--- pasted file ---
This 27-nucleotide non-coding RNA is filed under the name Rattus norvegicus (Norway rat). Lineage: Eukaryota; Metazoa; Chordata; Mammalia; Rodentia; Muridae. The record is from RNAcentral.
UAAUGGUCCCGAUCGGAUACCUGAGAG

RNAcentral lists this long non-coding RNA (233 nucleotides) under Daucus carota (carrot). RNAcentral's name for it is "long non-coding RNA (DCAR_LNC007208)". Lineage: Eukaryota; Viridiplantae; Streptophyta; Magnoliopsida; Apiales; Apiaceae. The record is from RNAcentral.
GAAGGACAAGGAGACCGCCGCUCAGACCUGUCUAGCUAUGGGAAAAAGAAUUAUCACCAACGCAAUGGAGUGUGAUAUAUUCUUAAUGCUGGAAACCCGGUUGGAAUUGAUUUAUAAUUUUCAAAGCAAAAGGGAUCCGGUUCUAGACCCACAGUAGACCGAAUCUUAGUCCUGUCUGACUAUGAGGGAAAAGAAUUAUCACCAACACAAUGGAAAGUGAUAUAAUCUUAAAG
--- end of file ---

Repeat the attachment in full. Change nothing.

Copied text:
This 27-nucleotide non-coding RNA is filed under the name Rattus norvegicus (Norway rat). Lineage: Eukaryota; Metazoa; Chordata; Mammalia; Rodentia; Muridae. The record is from RNAcentral.
UAAUGGUCCCGAUCGGAUACCUGAGAG

RNAcentral lists this long non-coding RNA (233 nucleotides) under Daucus carota (carrot). RNAcentral's name for it is "long non-coding RNA (DCAR_LNC007208)". Lineage: Eukaryota; Viridiplantae; Streptophyta; Magnoliopsida; Apiales; Apiaceae. The record is from RNAcentral.
GAAGGACAAGGAGACCGCCGCUCAGACCUGUCUAGCUAUGGGAAAAAGAAUUAUCACCAACGCAAUGGAGUGUGAUAUAUUCUUAAUGCUGGAAACCCGGUUGGAAUUGAUUUAUAAUUUUCAAAGCAAAAGGGAUCCGGUUCUAGACCCACAGUAGACCGAAUCUUAGUCCUGUCUGACUAUGAGGGAAAAGAAUUAUCACCAACACAAUGGAAAGUGAUAUAAUCUUAAAG